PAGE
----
Gye Greene's Thoughts

Gye Greene's Thoughts (w/ apologies to The Smithereens and their similarly-titled album!)

Saturday, June 30, 2012

Australia Zoo

Yesterday we visited Australia Zoo -- founded by Steve Irwin and his mom and dad, and carried on by Steve's wife and kids.

Good stuff!

Steve's memory was everywhere, such as the sign at the end of the parking lot, indicating their wildlife hospital (see above)...


..and the ''no entry'' sign, below, with Steve's outline.


Below is a take on the old joke:  ''Walk this way...''



At their noontime show (or maybe it was 11 o'clock?  I forget), it was neat that despite their fame, the Irwins still participate.  Here's Terri (from Oregon, originally!):



...and here's Bindi:


Bob is off to the side, out of harm's way.  Terri says he's not allowed to feed the crocs until he's ten.


We saw a wombat being transferred from its main enclosure to somewhere else.  Basically, they just put a dog harness on it, and the zookeeper walked it down the path...



At the wombat pen, they had footholds for the kids embedded into the cement wall -- so that they could see over the wall.  That's a good design.



In the large, open area for wallabys (a type of small kangaroo) to wander about, they had a ''safe zone'' for them to go to when they got tired of people:  a good idea.



In the wallaby area was a wallaby that clearly had an itchy tummy:

video


There was a big fiberglass crocodile that was there for a photo op.

video

I found it interesting that none of my kids thought to ''ham it up'' and get their picture taken while being ''eaten'' by the crocodile (i.e. climbing inside its mouth) :  **my** sibs and I would've!


My wife and I thought it amusing that, after spending all that money (although it goes to a good cause) for a family admission, the kids' favorite experiences of the day were the playground, ''spinning teacup'' ride (see below), and the jumping castle.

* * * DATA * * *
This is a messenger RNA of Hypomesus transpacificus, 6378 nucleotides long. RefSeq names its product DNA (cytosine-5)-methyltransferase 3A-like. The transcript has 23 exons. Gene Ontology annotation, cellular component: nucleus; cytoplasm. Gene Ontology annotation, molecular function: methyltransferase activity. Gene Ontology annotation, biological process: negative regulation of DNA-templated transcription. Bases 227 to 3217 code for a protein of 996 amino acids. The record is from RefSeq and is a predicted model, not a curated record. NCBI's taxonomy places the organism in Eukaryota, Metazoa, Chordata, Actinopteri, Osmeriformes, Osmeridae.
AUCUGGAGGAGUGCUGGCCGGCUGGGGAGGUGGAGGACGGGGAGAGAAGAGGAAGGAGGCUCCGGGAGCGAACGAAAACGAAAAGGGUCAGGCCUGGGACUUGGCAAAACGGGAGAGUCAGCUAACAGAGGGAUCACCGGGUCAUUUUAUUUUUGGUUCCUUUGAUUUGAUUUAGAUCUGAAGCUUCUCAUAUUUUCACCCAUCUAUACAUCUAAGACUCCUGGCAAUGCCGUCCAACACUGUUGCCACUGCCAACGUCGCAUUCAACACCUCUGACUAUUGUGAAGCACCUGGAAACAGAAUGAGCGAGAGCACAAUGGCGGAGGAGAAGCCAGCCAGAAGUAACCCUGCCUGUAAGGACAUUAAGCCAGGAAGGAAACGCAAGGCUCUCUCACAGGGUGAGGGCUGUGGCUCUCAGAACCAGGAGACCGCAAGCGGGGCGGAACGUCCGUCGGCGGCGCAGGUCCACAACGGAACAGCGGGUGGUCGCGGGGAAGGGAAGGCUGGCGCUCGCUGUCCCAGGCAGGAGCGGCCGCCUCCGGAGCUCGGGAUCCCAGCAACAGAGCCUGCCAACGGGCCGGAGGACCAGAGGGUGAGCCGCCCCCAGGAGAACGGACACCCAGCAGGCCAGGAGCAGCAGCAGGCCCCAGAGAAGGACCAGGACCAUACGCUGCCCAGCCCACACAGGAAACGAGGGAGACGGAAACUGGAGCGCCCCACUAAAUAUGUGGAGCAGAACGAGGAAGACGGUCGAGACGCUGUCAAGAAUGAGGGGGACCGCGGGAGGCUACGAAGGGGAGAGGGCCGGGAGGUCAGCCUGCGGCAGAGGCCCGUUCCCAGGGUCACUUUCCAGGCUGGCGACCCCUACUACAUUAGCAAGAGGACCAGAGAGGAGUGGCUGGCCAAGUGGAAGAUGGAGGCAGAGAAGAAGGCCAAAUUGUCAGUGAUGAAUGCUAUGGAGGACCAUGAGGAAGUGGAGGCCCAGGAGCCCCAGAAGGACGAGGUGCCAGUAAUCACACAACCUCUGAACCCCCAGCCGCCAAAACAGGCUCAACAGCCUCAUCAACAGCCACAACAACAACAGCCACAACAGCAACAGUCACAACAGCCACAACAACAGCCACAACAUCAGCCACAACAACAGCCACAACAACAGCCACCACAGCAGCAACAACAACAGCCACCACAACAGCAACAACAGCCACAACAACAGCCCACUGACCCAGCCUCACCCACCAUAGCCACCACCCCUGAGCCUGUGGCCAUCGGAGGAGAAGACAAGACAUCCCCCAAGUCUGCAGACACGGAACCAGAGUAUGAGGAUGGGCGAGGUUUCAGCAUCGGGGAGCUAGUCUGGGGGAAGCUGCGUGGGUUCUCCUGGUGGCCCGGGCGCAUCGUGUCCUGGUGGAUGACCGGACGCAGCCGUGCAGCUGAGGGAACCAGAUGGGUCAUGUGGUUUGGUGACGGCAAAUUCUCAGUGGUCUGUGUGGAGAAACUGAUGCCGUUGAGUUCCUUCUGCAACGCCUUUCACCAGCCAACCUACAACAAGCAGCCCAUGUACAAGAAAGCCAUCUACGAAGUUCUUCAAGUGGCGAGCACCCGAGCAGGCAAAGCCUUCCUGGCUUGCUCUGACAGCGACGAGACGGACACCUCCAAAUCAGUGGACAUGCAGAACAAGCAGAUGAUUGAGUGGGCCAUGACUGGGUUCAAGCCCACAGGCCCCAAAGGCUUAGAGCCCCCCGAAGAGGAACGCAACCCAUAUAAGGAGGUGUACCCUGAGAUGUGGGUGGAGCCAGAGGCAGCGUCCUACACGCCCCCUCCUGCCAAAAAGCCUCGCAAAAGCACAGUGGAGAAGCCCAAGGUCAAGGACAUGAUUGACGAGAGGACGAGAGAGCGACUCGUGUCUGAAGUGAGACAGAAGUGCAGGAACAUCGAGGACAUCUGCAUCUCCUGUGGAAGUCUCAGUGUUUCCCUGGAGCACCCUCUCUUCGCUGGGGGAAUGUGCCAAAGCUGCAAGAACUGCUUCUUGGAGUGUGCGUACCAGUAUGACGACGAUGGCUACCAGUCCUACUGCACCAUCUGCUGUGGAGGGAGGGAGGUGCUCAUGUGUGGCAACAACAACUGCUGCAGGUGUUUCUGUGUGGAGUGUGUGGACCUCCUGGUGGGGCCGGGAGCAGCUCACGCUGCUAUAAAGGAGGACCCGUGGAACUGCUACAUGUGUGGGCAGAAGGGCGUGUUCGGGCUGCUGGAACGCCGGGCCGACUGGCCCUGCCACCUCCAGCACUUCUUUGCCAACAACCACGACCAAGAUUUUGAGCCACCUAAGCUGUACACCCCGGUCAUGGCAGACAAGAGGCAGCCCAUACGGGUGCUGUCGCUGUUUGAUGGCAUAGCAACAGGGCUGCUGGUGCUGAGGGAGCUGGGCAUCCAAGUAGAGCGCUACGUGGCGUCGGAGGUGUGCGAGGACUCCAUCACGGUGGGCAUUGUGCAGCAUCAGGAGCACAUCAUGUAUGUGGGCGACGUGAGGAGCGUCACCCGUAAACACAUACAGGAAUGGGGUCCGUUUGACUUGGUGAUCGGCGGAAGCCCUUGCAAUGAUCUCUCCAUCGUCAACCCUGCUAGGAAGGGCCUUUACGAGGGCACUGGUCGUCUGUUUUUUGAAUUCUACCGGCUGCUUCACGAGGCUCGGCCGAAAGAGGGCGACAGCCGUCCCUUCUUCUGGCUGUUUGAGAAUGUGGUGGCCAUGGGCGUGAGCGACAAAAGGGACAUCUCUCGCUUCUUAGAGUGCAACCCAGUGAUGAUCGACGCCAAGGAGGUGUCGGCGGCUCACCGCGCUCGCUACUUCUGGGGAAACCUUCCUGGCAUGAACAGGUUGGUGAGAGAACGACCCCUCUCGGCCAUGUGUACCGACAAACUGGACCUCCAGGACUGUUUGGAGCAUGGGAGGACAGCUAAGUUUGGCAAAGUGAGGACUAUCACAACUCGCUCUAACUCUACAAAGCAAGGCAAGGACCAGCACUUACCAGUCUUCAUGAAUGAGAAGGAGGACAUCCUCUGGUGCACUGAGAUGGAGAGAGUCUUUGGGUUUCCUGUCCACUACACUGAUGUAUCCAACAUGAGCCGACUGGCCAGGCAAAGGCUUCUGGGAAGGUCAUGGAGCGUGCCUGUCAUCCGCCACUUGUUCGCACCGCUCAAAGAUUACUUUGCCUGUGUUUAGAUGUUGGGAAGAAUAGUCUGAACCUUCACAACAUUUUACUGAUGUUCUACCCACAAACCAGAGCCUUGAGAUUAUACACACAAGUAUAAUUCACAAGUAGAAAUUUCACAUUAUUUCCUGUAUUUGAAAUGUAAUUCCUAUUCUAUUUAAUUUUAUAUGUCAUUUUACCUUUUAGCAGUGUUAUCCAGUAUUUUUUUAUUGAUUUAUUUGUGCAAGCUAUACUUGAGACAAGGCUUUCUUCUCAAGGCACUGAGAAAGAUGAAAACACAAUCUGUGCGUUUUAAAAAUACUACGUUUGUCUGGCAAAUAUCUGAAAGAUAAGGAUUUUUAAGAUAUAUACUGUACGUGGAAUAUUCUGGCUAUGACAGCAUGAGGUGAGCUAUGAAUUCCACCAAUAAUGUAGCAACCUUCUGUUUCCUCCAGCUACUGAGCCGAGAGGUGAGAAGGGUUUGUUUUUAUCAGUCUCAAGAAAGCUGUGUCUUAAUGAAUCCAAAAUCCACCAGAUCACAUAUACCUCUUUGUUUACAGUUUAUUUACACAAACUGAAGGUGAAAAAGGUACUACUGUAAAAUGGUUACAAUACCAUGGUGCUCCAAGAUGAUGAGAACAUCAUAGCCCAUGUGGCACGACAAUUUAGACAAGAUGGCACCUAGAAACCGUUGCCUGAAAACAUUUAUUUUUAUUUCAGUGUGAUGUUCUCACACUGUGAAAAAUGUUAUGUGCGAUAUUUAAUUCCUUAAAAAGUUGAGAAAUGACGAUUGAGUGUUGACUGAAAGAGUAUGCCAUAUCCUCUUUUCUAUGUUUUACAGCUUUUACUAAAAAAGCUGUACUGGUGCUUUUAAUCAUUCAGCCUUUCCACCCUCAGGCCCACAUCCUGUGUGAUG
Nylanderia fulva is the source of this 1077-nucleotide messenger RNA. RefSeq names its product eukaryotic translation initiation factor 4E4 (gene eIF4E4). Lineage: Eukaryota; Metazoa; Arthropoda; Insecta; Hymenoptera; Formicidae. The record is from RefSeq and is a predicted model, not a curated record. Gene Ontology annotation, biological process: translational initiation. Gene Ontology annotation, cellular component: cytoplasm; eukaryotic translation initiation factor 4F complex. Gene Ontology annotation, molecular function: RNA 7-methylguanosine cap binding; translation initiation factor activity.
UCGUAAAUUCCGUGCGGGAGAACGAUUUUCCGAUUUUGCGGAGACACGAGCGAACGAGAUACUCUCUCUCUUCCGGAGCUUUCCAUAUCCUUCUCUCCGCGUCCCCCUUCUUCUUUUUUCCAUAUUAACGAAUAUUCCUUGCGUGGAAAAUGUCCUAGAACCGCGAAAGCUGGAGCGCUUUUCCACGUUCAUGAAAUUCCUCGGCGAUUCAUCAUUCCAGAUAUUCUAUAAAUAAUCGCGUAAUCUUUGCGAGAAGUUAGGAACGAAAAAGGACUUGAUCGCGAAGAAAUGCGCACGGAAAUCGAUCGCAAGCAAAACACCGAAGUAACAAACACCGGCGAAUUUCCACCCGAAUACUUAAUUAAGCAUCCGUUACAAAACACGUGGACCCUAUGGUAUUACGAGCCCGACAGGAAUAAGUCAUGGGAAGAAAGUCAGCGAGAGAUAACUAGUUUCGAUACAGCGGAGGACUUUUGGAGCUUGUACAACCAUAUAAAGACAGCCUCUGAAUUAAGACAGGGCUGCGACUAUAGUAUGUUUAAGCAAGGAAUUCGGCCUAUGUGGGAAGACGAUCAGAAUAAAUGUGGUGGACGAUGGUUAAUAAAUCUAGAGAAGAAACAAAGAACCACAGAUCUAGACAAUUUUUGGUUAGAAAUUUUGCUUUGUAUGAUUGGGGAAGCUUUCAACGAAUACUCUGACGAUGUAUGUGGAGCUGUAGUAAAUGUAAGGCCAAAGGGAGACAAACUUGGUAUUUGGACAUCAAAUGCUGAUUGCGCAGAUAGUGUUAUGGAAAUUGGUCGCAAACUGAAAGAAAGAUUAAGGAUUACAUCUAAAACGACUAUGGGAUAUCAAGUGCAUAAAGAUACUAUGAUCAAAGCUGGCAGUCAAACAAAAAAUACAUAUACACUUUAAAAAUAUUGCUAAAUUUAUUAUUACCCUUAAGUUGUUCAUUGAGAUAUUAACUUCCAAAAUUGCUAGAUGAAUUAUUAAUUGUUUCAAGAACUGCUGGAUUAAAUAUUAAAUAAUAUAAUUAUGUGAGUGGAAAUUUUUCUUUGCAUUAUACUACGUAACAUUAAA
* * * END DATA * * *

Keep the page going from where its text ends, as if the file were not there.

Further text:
To the Irwins' credit, they **could** charge for these -- but they don't.  They also don't charge for the noontime show that I mentioned above.  I appreciate that:  it shows class.


I can't make fun of the kids too much, though:  I was at one of the world's most famous zoos, and what did I take the most pictures of?  Wood-slab tables (in the eating area) and wooden park benches!



Here, I wanted to record the leg structure of the slab table. I have no idea whose hand and wristwatch those are:  no one I know.


Here's the bench that caught my attention, in the ''Africa'' zone.  I like how it has natural edges, rather than being milled.



Note how the back of the bench is connected.  I think these would be tusked through-tenons, but using what appears to be a railroad spike instead of a wooden wedge.



The seat, too, appears to be a tusked through-tenon.  Again, with a railroad spike.



This table -- again, with un-milled edges -- was somewhere there, as well.



As with the slab tables in the food area, I wanted to know how the legs were constructed.



So, yeah: my take-away message from the Australia Zoo is that they have neat-o tables and park benches.  Plus cute wombats and itchy wallabies.  :)


Seriously, though -- we had a good time.


--GG


UPDATE:   The Australia Zoo is about two hours north of Brisbane, Queensland, Australia.  It's in a specific town, and if you Google Maps it you can see that the critters, if they escaped, could end up in people's back yards pretty easily.

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1 Comments:

At August 01, 2012 6:10 AM, Anonymous Dave'ola said...

Most excellent documentary. Especially the bit about the wood - very Trav-esque! :-)

 

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